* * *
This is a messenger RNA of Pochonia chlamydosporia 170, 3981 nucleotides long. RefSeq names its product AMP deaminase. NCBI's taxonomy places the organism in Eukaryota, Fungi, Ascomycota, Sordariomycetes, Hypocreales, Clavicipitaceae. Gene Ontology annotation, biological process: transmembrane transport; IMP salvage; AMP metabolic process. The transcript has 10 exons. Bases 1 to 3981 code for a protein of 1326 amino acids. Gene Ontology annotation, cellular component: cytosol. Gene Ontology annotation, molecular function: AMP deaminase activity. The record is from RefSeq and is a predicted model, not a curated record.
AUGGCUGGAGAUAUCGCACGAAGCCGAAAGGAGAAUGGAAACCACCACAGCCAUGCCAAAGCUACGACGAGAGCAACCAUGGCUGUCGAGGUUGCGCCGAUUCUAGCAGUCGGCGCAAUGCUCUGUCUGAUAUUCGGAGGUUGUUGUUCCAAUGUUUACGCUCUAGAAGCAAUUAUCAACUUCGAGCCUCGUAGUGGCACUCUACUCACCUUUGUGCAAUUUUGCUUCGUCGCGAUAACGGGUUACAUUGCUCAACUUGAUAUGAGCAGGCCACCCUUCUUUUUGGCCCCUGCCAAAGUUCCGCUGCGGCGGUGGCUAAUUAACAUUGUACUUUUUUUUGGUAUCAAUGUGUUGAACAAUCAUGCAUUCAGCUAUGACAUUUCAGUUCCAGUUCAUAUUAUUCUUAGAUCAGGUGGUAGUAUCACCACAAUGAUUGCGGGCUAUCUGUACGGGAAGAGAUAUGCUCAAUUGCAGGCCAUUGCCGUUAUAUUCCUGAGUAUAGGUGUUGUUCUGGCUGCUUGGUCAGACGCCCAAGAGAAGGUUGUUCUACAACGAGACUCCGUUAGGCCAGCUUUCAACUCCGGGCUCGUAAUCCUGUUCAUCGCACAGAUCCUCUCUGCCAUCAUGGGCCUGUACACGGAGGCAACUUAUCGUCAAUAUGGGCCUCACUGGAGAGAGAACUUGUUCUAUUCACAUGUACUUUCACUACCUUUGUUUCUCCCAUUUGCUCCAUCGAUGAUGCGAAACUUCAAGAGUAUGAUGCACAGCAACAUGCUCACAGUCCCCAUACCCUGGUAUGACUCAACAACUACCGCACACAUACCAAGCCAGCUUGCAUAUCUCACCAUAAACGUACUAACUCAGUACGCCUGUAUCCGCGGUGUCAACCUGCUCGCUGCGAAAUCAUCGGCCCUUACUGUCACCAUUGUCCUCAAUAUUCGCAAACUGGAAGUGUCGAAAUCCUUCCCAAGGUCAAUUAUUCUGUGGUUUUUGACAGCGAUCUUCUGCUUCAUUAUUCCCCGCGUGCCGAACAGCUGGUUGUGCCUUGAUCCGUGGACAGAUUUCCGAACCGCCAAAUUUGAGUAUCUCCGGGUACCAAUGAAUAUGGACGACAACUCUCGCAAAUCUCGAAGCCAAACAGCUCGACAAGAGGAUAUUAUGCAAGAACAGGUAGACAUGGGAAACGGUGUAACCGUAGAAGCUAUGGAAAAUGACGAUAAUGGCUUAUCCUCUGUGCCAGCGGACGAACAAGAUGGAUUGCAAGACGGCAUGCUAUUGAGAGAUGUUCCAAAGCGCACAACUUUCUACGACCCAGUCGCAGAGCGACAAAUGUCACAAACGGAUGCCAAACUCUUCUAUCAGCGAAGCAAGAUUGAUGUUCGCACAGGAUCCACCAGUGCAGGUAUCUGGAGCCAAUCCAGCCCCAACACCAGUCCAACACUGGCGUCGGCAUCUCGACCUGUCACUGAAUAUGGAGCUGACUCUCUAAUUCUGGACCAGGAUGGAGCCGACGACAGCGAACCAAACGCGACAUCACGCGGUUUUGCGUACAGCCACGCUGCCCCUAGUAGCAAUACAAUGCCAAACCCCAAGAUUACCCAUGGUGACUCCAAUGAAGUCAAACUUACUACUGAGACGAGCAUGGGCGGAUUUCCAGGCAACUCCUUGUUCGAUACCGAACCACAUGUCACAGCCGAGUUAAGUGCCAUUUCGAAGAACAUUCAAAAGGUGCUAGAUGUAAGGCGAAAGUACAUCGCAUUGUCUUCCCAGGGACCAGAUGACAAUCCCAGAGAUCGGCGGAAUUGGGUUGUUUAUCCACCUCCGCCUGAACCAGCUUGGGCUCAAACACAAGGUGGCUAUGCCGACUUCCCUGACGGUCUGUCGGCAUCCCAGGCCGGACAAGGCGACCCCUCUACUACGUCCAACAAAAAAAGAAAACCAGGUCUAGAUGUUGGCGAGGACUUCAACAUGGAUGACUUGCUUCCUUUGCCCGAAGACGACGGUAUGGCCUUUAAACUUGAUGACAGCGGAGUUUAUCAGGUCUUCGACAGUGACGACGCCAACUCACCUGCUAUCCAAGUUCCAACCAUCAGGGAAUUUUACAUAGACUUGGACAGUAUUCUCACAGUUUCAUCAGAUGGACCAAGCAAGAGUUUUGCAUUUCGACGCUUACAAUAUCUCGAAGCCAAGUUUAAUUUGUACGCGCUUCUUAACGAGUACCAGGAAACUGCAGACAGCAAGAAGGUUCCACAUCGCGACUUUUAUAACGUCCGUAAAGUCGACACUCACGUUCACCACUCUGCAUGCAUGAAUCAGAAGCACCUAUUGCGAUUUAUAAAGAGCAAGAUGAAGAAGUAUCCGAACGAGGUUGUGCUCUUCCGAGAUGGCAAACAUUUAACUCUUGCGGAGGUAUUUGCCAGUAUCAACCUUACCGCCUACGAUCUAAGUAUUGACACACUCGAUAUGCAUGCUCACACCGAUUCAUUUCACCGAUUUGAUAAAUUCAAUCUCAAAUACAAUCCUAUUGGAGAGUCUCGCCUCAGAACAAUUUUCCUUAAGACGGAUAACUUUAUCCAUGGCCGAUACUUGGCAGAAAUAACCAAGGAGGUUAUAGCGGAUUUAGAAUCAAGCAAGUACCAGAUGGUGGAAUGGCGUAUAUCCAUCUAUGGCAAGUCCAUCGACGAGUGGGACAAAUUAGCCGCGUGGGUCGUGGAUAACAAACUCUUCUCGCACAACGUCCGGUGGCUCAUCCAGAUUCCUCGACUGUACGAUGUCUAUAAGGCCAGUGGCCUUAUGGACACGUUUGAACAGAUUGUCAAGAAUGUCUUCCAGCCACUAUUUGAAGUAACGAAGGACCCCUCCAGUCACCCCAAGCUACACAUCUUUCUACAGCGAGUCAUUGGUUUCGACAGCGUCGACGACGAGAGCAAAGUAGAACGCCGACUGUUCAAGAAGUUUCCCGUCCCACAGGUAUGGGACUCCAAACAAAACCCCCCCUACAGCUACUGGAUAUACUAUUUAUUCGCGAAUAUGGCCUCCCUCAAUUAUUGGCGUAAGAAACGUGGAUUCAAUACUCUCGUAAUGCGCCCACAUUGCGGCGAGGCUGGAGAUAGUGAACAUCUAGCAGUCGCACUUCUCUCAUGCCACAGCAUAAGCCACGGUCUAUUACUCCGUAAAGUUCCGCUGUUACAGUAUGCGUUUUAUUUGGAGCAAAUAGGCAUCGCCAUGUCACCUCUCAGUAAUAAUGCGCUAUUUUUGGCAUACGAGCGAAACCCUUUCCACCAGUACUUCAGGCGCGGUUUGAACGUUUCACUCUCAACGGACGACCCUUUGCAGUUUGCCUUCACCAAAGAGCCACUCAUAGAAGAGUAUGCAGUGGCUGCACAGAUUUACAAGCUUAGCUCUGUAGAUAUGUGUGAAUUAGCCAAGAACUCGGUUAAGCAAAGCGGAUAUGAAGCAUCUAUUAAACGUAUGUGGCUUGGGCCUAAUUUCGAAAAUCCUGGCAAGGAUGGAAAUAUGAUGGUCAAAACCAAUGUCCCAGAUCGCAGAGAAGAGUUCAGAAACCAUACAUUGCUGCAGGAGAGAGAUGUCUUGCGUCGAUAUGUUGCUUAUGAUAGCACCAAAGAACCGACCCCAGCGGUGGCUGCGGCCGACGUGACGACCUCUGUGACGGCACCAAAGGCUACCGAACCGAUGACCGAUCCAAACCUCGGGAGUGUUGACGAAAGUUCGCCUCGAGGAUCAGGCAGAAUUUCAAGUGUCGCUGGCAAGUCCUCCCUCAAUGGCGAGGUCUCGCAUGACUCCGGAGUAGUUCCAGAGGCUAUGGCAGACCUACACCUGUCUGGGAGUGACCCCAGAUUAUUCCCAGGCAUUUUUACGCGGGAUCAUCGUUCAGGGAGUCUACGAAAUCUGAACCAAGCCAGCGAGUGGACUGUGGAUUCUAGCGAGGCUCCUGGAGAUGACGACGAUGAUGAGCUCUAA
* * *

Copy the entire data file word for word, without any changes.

This is a messenger RNA of Pochonia chlamydosporia 170, 3981 nucleotides long. RefSeq names its product AMP deaminase. NCBI's taxonomy places the organism in Eukaryota, Fungi, Ascomycota, Sordariomycetes, Hypocreales, Clavicipitaceae. Gene Ontology annotation, biological process: transmembrane transport; IMP salvage; AMP metabolic process. The transcript has 10 exons. Bases 1 to 3981 code for a protein of 1326 amino acids. Gene Ontology annotation, cellular component: cytosol. Gene Ontology annotation, molecular function: AMP deaminase activity. The record is from RefSeq and is a predicted model, not a curated record.
AUGGCUGGAGAUAUCGCACGAAGCCGAAAGGAGAAUGGAAACCACCACAGCCAUGCCAAAGCUACGACGAGAGCAACCAUGGCUGUCGAGGUUGCGCCGAUUCUAGCAGUCGGCGCAAUGCUCUGUCUGAUAUUCGGAGGUUGUUGUUCCAAUGUUUACGCUCUAGAAGCAAUUAUCAACUUCGAGCCUCGUAGUGGCACUCUACUCACCUUUGUGCAAUUUUGCUUCGUCGCGAUAACGGGUUACAUUGCUCAACUUGAUAUGAGCAGGCCACCCUUCUUUUUGGCCCCUGCCAAAGUUCCGCUGCGGCGGUGGCUAAUUAACAUUGUACUUUUUUUUGGUAUCAAUGUGUUGAACAAUCAUGCAUUCAGCUAUGACAUUUCAGUUCCAGUUCAUAUUAUUCUUAGAUCAGGUGGUAGUAUCACCACAAUGAUUGCGGGCUAUCUGUACGGGAAGAGAUAUGCUCAAUUGCAGGCCAUUGCCGUUAUAUUCCUGAGUAUAGGUGUUGUUCUGGCUGCUUGGUCAGACGCCCAAGAGAAGGUUGUUCUACAACGAGACUCCGUUAGGCCAGCUUUCAACUCCGGGCUCGUAAUCCUGUUCAUCGCACAGAUCCUCUCUGCCAUCAUGGGCCUGUACACGGAGGCAACUUAUCGUCAAUAUGGGCCUCACUGGAGAGAGAACUUGUUCUAUUCACAUGUACUUUCACUACCUUUGUUUCUCCCAUUUGCUCCAUCGAUGAUGCGAAACUUCAAGAGUAUGAUGCACAGCAACAUGCUCACAGUCCCCAUACCCUGGUAUGACUCAACAACUACCGCACACAUACCAAGCCAGCUUGCAUAUCUCACCAUAAACGUACUAACUCAGUACGCCUGUAUCCGCGGUGUCAACCUGCUCGCUGCGAAAUCAUCGGCCCUUACUGUCACCAUUGUCCUCAAUAUUCGCAAACUGGAAGUGUCGAAAUCCUUCCCAAGGUCAAUUAUUCUGUGGUUUUUGACAGCGAUCUUCUGCUUCAUUAUUCCCCGCGUGCCGAACAGCUGGUUGUGCCUUGAUCCGUGGACAGAUUUCCGAACCGCCAAAUUUGAGUAUCUCCGGGUACCAAUGAAUAUGGACGACAACUCUCGCAAAUCUCGAAGCCAAACAGCUCGACAAGAGGAUAUUAUGCAAGAACAGGUAGACAUGGGAAACGGUGUAACCGUAGAAGCUAUGGAAAAUGACGAUAAUGGCUUAUCCUCUGUGCCAGCGGACGAACAAGAUGGAUUGCAAGACGGCAUGCUAUUGAGAGAUGUUCCAAAGCGCACAACUUUCUACGACCCAGUCGCAGAGCGACAAAUGUCACAAACGGAUGCCAAACUCUUCUAUCAGCGAAGCAAGAUUGAUGUUCGCACAGGAUCCACCAGUGCAGGUAUCUGGAGCCAAUCCAGCCCCAACACCAGUCCAACACUGGCGUCGGCAUCUCGACCUGUCACUGAAUAUGGAGCUGACUCUCUAAUUCUGGACCAGGAUGGAGCCGACGACAGCGAACCAAACGCGACAUCACGCGGUUUUGCGUACAGCCACGCUGCCCCUAGUAGCAAUACAAUGCCAAACCCCAAGAUUACCCAUGGUGACUCCAAUGAAGUCAAACUUACUACUGAGACGAGCAUGGGCGGAUUUCCAGGCAACUCCUUGUUCGAUACCGAACCACAUGUCACAGCCGAGUUAAGUGCCAUUUCGAAGAACAUUCAAAAGGUGCUAGAUGUAAGGCGAAAGUACAUCGCAUUGUCUUCCCAGGGACCAGAUGACAAUCCCAGAGAUCGGCGGAAUUGGGUUGUUUAUCCACCUCCGCCUGAACCAGCUUGGGCUCAAACACAAGGUGGCUAUGCCGACUUCCCUGACGGUCUGUCGGCAUCCCAGGCCGGACAAGGCGACCCCUCUACUACGUCCAACAAAAAAAGAAAACCAGGUCUAGAUGUUGGCGAGGACUUCAACAUGGAUGACUUGCUUCCUUUGCCCGAAGACGACGGUAUGGCCUUUAAACUUGAUGACAGCGGAGUUUAUCAGGUCUUCGACAGUGACGACGCCAACUCACCUGCUAUCCAAGUUCCAACCAUCAGGGAAUUUUACAUAGACUUGGACAGUAUUCUCACAGUUUCAUCAGAUGGACCAAGCAAGAGUUUUGCAUUUCGACGCUUACAAUAUCUCGAAGCCAAGUUUAAUUUGUACGCGCUUCUUAACGAGUACCAGGAAACUGCAGACAGCAAGAAGGUUCCACAUCGCGACUUUUAUAACGUCCGUAAAGUCGACACUCACGUUCACCACUCUGCAUGCAUGAAUCAGAAGCACCUAUUGCGAUUUAUAAAGAGCAAGAUGAAGAAGUAUCCGAACGAGGUUGUGCUCUUCCGAGAUGGCAAACAUUUAACUCUUGCGGAGGUAUUUGCCAGUAUCAACCUUACCGCCUACGAUCUAAGUAUUGACACACUCGAUAUGCAUGCUCACACCGAUUCAUUUCACCGAUUUGAUAAAUUCAAUCUCAAAUACAAUCCUAUUGGAGAGUCUCGCCUCAGAACAAUUUUCCUUAAGACGGAUAACUUUAUCCAUGGCCGAUACUUGGCAGAAAUAACCAAGGAGGUUAUAGCGGAUUUAGAAUCAAGCAAGUACCAGAUGGUGGAAUGGCGUAUAUCCAUCUAUGGCAAGUCCAUCGACGAGUGGGACAAAUUAGCCGCGUGGGUCGUGGAUAACAAACUCUUCUCGCACAACGUCCGGUGGCUCAUCCAGAUUCCUCGACUGUACGAUGUCUAUAAGGCCAGUGGCCUUAUGGACACGUUUGAACAGAUUGUCAAGAAUGUCUUCCAGCCACUAUUUGAAGUAACGAAGGACCCCUCCAGUCACCCCAAGCUACACAUCUUUCUACAGCGAGUCAUUGGUUUCGACAGCGUCGACGACGAGAGCAAAGUAGAACGCCGACUGUUCAAGAAGUUUCCCGUCCCACAGGUAUGGGACUCCAAACAAAACCCCCCCUACAGCUACUGGAUAUACUAUUUAUUCGCGAAUAUGGCCUCCCUCAAUUAUUGGCGUAAGAAACGUGGAUUCAAUACUCUCGUAAUGCGCCCACAUUGCGGCGAGGCUGGAGAUAGUGAACAUCUAGCAGUCGCACUUCUCUCAUGCCACAGCAUAAGCCACGGUCUAUUACUCCGUAAAGUUCCGCUGUUACAGUAUGCGUUUUAUUUGGAGCAAAUAGGCAUCGCCAUGUCACCUCUCAGUAAUAAUGCGCUAUUUUUGGCAUACGAGCGAAACCCUUUCCACCAGUACUUCAGGCGCGGUUUGAACGUUUCACUCUCAACGGACGACCCUUUGCAGUUUGCCUUCACCAAAGAGCCACUCAUAGAAGAGUAUGCAGUGGCUGCACAGAUUUACAAGCUUAGCUCUGUAGAUAUGUGUGAAUUAGCCAAGAACUCGGUUAAGCAAAGCGGAUAUGAAGCAUCUAUUAAACGUAUGUGGCUUGGGCCUAAUUUCGAAAAUCCUGGCAAGGAUGGAAAUAUGAUGGUCAAAACCAAUGUCCCAGAUCGCAGAGAAGAGUUCAGAAACCAUACAUUGCUGCAGGAGAGAGAUGUCUUGCGUCGAUAUGUUGCUUAUGAUAGCACCAAAGAACCGACCCCAGCGGUGGCUGCGGCCGACGUGACGACCUCUGUGACGGCACCAAAGGCUACCGAACCGAUGACCGAUCCAAACCUCGGGAGUGUUGACGAAAGUUCGCCUCGAGGAUCAGGCAGAAUUUCAAGUGUCGCUGGCAAGUCCUCCCUCAAUGGCGAGGUCUCGCAUGACUCCGGAGUAGUUCCAGAGGCUAUGGCAGACCUACACCUGUCUGGGAGUGACCCCAGAUUAUUCCCAGGCAUUUUUACGCGGGAUCAUCGUUCAGGGAGUCUACGAAAUCUGAACCAAGCCAGCGAGUGGACUGUGGAUUCUAGCGAGGCUCCUGGAGAUGACGACGAUGAUGAGCUCUAA